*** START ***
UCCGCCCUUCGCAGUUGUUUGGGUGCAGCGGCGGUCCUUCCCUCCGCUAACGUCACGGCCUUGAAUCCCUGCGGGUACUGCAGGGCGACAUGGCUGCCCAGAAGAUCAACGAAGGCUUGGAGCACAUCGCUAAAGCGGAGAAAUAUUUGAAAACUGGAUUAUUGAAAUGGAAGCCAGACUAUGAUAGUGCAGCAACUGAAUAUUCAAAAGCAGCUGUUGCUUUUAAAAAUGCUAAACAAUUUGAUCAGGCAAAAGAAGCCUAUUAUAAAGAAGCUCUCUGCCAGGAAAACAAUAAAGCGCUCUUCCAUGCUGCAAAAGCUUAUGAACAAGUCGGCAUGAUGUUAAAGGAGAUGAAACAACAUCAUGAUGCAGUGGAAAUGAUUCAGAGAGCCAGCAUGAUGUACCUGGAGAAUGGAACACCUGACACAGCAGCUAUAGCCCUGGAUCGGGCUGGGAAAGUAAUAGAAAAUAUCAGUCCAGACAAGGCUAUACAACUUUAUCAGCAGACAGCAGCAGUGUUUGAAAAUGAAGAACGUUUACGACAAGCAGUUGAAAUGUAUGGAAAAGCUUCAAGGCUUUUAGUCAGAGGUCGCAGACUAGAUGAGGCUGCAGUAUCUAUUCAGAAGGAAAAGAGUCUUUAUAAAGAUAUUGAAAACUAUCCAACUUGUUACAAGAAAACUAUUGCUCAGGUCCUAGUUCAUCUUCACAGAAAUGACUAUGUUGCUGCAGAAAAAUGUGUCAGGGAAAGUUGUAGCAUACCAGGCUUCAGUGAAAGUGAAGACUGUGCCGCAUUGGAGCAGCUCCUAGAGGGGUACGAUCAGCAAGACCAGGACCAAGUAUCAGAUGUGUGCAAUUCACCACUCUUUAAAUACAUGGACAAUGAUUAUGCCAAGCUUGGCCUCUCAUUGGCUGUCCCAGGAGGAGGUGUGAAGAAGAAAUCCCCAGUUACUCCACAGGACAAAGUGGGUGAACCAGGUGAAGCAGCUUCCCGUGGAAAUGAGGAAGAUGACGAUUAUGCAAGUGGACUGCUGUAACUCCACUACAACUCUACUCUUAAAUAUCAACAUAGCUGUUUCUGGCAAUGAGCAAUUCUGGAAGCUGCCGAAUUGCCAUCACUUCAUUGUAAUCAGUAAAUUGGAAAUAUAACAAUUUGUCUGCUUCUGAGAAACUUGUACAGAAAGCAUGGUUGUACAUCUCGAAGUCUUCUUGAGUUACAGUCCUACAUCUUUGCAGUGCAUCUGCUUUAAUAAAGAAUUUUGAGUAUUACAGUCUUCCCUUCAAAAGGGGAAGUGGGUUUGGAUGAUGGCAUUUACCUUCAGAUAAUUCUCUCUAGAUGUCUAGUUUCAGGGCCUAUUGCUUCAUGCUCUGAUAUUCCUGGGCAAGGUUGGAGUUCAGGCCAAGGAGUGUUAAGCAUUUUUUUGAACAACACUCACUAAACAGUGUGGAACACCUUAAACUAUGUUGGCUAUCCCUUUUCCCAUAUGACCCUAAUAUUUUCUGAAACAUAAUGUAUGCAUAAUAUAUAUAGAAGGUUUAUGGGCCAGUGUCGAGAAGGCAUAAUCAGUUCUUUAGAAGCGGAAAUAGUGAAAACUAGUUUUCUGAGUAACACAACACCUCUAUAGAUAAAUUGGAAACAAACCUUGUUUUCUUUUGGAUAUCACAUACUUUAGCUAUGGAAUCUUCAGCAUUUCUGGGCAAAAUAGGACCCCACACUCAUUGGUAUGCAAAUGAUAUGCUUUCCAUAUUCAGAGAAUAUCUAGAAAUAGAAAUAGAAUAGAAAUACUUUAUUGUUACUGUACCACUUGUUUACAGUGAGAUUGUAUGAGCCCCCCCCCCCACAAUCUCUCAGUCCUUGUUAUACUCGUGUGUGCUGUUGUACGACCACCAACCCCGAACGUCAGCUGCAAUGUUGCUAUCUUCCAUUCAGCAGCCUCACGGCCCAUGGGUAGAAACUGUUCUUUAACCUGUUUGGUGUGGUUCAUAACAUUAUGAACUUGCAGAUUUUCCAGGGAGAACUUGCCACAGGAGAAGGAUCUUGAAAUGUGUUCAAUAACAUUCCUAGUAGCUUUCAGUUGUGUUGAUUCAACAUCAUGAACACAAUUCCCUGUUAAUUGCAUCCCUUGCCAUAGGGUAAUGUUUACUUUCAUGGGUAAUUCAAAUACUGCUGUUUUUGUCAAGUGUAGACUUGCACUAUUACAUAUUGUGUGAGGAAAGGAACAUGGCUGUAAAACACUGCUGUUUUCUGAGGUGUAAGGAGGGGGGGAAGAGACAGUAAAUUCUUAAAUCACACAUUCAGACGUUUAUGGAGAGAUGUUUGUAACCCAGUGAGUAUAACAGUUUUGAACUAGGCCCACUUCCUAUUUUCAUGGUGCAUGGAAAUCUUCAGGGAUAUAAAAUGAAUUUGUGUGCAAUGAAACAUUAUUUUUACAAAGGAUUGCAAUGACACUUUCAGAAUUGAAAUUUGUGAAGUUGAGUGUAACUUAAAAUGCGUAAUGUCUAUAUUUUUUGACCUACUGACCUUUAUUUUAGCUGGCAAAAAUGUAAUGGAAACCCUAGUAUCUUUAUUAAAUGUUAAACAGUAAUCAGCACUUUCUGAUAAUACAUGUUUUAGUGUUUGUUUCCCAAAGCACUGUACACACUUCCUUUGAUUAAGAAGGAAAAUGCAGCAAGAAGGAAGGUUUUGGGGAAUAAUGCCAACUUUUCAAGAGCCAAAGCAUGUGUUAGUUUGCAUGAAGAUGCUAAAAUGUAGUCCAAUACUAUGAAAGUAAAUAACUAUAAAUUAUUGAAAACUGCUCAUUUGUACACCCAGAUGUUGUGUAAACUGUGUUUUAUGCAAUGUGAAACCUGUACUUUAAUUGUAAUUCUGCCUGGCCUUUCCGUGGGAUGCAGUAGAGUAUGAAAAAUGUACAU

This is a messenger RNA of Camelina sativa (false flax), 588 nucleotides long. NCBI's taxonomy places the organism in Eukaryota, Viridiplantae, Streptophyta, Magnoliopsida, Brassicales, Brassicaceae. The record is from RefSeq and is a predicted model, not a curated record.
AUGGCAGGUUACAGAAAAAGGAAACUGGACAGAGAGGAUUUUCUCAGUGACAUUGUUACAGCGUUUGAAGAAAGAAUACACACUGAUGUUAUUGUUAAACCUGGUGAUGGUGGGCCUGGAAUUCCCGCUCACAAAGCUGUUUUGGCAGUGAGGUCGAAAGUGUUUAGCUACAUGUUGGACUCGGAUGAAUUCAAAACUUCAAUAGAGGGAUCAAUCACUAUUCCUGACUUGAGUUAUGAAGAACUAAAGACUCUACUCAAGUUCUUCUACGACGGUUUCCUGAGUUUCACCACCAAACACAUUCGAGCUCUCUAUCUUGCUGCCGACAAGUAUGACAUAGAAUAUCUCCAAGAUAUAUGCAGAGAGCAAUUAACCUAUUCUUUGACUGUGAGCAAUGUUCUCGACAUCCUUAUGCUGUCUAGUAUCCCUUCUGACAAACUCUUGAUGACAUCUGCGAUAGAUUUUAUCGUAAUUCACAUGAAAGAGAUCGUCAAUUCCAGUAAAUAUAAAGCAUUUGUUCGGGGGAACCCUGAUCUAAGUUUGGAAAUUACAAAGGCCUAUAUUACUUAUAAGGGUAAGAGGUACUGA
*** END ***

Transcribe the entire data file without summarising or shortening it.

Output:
UCCGCCCUUCGCAGUUGUUUGGGUGCAGCGGCGGUCCUUCCCUCCGCUAACGUCACGGCCUUGAAUCCCUGCGGGUACUGCAGGGCGACAUGGCUGCCCAGAAGAUCAACGAAGGCUUGGAGCACAUCGCUAAAGCGGAGAAAUAUUUGAAAACUGGAUUAUUGAAAUGGAAGCCAGACUAUGAUAGUGCAGCAACUGAAUAUUCAAAAGCAGCUGUUGCUUUUAAAAAUGCUAAACAAUUUGAUCAGGCAAAAGAAGCCUAUUAUAAAGAAGCUCUCUGCCAGGAAAACAAUAAAGCGCUCUUCCAUGCUGCAAAAGCUUAUGAACAAGUCGGCAUGAUGUUAAAGGAGAUGAAACAACAUCAUGAUGCAGUGGAAAUGAUUCAGAGAGCCAGCAUGAUGUACCUGGAGAAUGGAACACCUGACACAGCAGCUAUAGCCCUGGAUCGGGCUGGGAAAGUAAUAGAAAAUAUCAGUCCAGACAAGGCUAUACAACUUUAUCAGCAGACAGCAGCAGUGUUUGAAAAUGAAGAACGUUUACGACAAGCAGUUGAAAUGUAUGGAAAAGCUUCAAGGCUUUUAGUCAGAGGUCGCAGACUAGAUGAGGCUGCAGUAUCUAUUCAGAAGGAAAAGAGUCUUUAUAAAGAUAUUGAAAACUAUCCAACUUGUUACAAGAAAACUAUUGCUCAGGUCCUAGUUCAUCUUCACAGAAAUGACUAUGUUGCUGCAGAAAAAUGUGUCAGGGAAAGUUGUAGCAUACCAGGCUUCAGUGAAAGUGAAGACUGUGCCGCAUUGGAGCAGCUCCUAGAGGGGUACGAUCAGCAAGACCAGGACCAAGUAUCAGAUGUGUGCAAUUCACCACUCUUUAAAUACAUGGACAAUGAUUAUGCCAAGCUUGGCCUCUCAUUGGCUGUCCCAGGAGGAGGUGUGAAGAAGAAAUCCCCAGUUACUCCACAGGACAAAGUGGGUGAACCAGGUGAAGCAGCUUCCCGUGGAAAUGAGGAAGAUGACGAUUAUGCAAGUGGACUGCUGUAACUCCACUACAACUCUACUCUUAAAUAUCAACAUAGCUGUUUCUGGCAAUGAGCAAUUCUGGAAGCUGCCGAAUUGCCAUCACUUCAUUGUAAUCAGUAAAUUGGAAAUAUAACAAUUUGUCUGCUUCUGAGAAACUUGUACAGAAAGCAUGGUUGUACAUCUCGAAGUCUUCUUGAGUUACAGUCCUACAUCUUUGCAGUGCAUCUGCUUUAAUAAAGAAUUUUGAGUAUUACAGUCUUCCCUUCAAAAGGGGAAGUGGGUUUGGAUGAUGGCAUUUACCUUCAGAUAAUUCUCUCUAGAUGUCUAGUUUCAGGGCCUAUUGCUUCAUGCUCUGAUAUUCCUGGGCAAGGUUGGAGUUCAGGCCAAGGAGUGUUAAGCAUUUUUUUGAACAACACUCACUAAACAGUGUGGAACACCUUAAACUAUGUUGGCUAUCCCUUUUCCCAUAUGACCCUAAUAUUUUCUGAAACAUAAUGUAUGCAUAAUAUAUAUAGAAGGUUUAUGGGCCAGUGUCGAGAAGGCAUAAUCAGUUCUUUAGAAGCGGAAAUAGUGAAAACUAGUUUUCUGAGUAACACAACACCUCUAUAGAUAAAUUGGAAACAAACCUUGUUUUCUUUUGGAUAUCACAUACUUUAGCUAUGGAAUCUUCAGCAUUUCUGGGCAAAAUAGGACCCCACACUCAUUGGUAUGCAAAUGAUAUGCUUUCCAUAUUCAGAGAAUAUCUAGAAAUAGAAAUAGAAUAGAAAUACUUUAUUGUUACUGUACCACUUGUUUACAGUGAGAUUGUAUGAGCCCCCCCCCCCACAAUCUCUCAGUCCUUGUUAUACUCGUGUGUGCUGUUGUACGACCACCAACCCCGAACGUCAGCUGCAAUGUUGCUAUCUUCCAUUCAGCAGCCUCACGGCCCAUGGGUAGAAACUGUUCUUUAACCUGUUUGGUGUGGUUCAUAACAUUAUGAACUUGCAGAUUUUCCAGGGAGAACUUGCCACAGGAGAAGGAUCUUGAAAUGUGUUCAAUAACAUUCCUAGUAGCUUUCAGUUGUGUUGAUUCAACAUCAUGAACACAAUUCCCUGUUAAUUGCAUCCCUUGCCAUAGGGUAAUGUUUACUUUCAUGGGUAAUUCAAAUACUGCUGUUUUUGUCAAGUGUAGACUUGCACUAUUACAUAUUGUGUGAGGAAAGGAACAUGGCUGUAAAACACUGCUGUUUUCUGAGGUGUAAGGAGGGGGGGAAGAGACAGUAAAUUCUUAAAUCACACAUUCAGACGUUUAUGGAGAGAUGUUUGUAACCCAGUGAGUAUAACAGUUUUGAACUAGGCCCACUUCCUAUUUUCAUGGUGCAUGGAAAUCUUCAGGGAUAUAAAAUGAAUUUGUGUGCAAUGAAACAUUAUUUUUACAAAGGAUUGCAAUGACACUUUCAGAAUUGAAAUUUGUGAAGUUGAGUGUAACUUAAAAUGCGUAAUGUCUAUAUUUUUUGACCUACUGACCUUUAUUUUAGCUGGCAAAAAUGUAAUGGAAACCCUAGUAUCUUUAUUAAAUGUUAAACAGUAAUCAGCACUUUCUGAUAAUACAUGUUUUAGUGUUUGUUUCCCAAAGCACUGUACACACUUCCUUUGAUUAAGAAGGAAAAUGCAGCAAGAAGGAAGGUUUUGGGGAAUAAUGCCAACUUUUCAAGAGCCAAAGCAUGUGUUAGUUUGCAUGAAGAUGCUAAAAUGUAGUCCAAUACUAUGAAAGUAAAUAACUAUAAAUUAUUGAAAACUGCUCAUUUGUACACCCAGAUGUUGUGUAAACUGUGUUUUAUGCAAUGUGAAACCUGUACUUUAAUUGUAAUUCUGCCUGGCCUUUCCGUGGGAUGCAGUAGAGUAUGAAAAAUGUACAU

This is a messenger RNA of Camelina sativa (false flax), 588 nucleotides long. NCBI's taxonomy places the organism in Eukaryota, Viridiplantae, Streptophyta, Magnoliopsida, Brassicales, Brassicaceae. The record is from RefSeq and is a predicted model, not a curated record.
AUGGCAGGUUACAGAAAAAGGAAACUGGACAGAGAGGAUUUUCUCAGUGACAUUGUUACAGCGUUUGAAGAAAGAAUACACACUGAUGUUAUUGUUAAACCUGGUGAUGGUGGGCCUGGAAUUCCCGCUCACAAAGCUGUUUUGGCAGUGAGGUCGAAAGUGUUUAGCUACAUGUUGGACUCGGAUGAAUUCAAAACUUCAAUAGAGGGAUCAAUCACUAUUCCUGACUUGAGUUAUGAAGAACUAAAGACUCUACUCAAGUUCUUCUACGACGGUUUCCUGAGUUUCACCACCAAACACAUUCGAGCUCUCUAUCUUGCUGCCGACAAGUAUGACAUAGAAUAUCUCCAAGAUAUAUGCAGAGAGCAAUUAACCUAUUCUUUGACUGUGAGCAAUGUUCUCGACAUCCUUAUGCUGUCUAGUAUCCCUUCUGACAAACUCUUGAUGACAUCUGCGAUAGAUUUUAUCGUAAUUCACAUGAAAGAGAUCGUCAAUUCCAGUAAAUAUAAAGCAUUUGUUCGGGGGAACCCUGAUCUAAGUUUGGAAAUUACAAAGGCCUAUAUUACUUAUAAGGGUAAGAGGUACUGA